by Jaclyn DeGiorgio for USA TODAY 10Best

What it's like to take a vodka tour in Krakow

Note from 10Best: This tour took place prior to the 2020 pandemic. Check with individual companies for the most up-to-date information.

We participants in Eat Polska’s vodka tour declare a "Na zdrowie," the Polish equivalent of "Cheers!", then clank our glasses together to put back our first vodka of the evening, Wyborowa, a pure white rye vodka.

We're gathered around a table in the cozy, wood-paneled dining room of an old-school, traditional Polish restaurant near Krakow's main square, and gaze at our next elixir: Żołądkowa Gorzka, a pale gold, herbal-infused vodka.

We approach it like wine, sensing aromas of nutmeg and other spices. Żołądkowa Gorzka is meant to be sipped and savored slowly, and as we nurse ours, we fuel up on zakąski, traditional Polish snack-sized dishes.

While we eat, our guide explains how vodka is Poland's national drink, and that it holds the same title in Russia as the countries' histories overlap, rendering vodka’s point of origin a perpetual topic of debate.

The next stop brings us to an eclectic shop that could easily pass for the potions lab at Hogwarts, with backlit glass orbs containing nalewki (infused vodka) in myriad jewel tones.

Image courtesy of Jaclyn DeGiorgio

Similar to the bitter liqueurs in Italy, nalewki, which became popular in the 16th century, originally had medicinal purposes and served as a panacea for various ailments and afflictions. They became mainstream by the 20th century.

Our guide patiently lead us through a nalewki blind-tasting, prompting us to guess the flavors of two – which I won’t spoil here for any potential future vodka tour participants.

Image courtesy of Jaclyn DeGiorgio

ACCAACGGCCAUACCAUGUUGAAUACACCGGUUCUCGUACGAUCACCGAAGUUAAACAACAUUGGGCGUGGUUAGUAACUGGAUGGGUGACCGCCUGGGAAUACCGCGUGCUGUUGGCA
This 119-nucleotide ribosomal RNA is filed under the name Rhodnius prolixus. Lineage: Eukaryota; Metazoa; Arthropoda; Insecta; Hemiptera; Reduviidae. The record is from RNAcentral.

Our third destination is a lively convivial tavern specializing in Lemkos cuisine, food typical of Nomadic people from a region close to the Ukrainian border. Here, we sample J.A. Baczewski, a Polish/Austrian potato vodka.

Image courtesy of Jaclyn DeGiorgio

We also sip dzięgielówka (garden angelica or wild celery vodka). Angelica grows mainly in the Carpathian Mountains, and over the centuries, angelica-infused vodka was used as a cure for digestive problems.

To keep ourselves sated, we top brown bread with a punchy lardo crackling spread and dig into bigos, or hunters' stew, a hearty, comforting hodgepodge of mushrooms, beef and fermented sauerkraut.

Image courtesy of Jaclyn DeGiorgio

Our last stop is a chic speakeasy near Krakow’s historic center. Here, our guide introduces us to the most intriguing vodka of the evening, Żubrówka, or bison grass vodka.

We formally taste the vodka first, and this (unsurprisingly) earthy potion emits traces of vanilla, almond and cinnamon. Each bottle is packaged with a glass blade plucked from Poland’s Białowieża Forest.

In the U.S., the vodka is sold sans grass blade as it contains coumarin, a chemical that thins the blood, therefore bison grass vodka in its purest form is prohibited stateside.

Overall, the tour offered an atypical lens for a memorable glimpse of Poland's culture and history. The most gratifying part? Learning to drink vodka, Polish-style.

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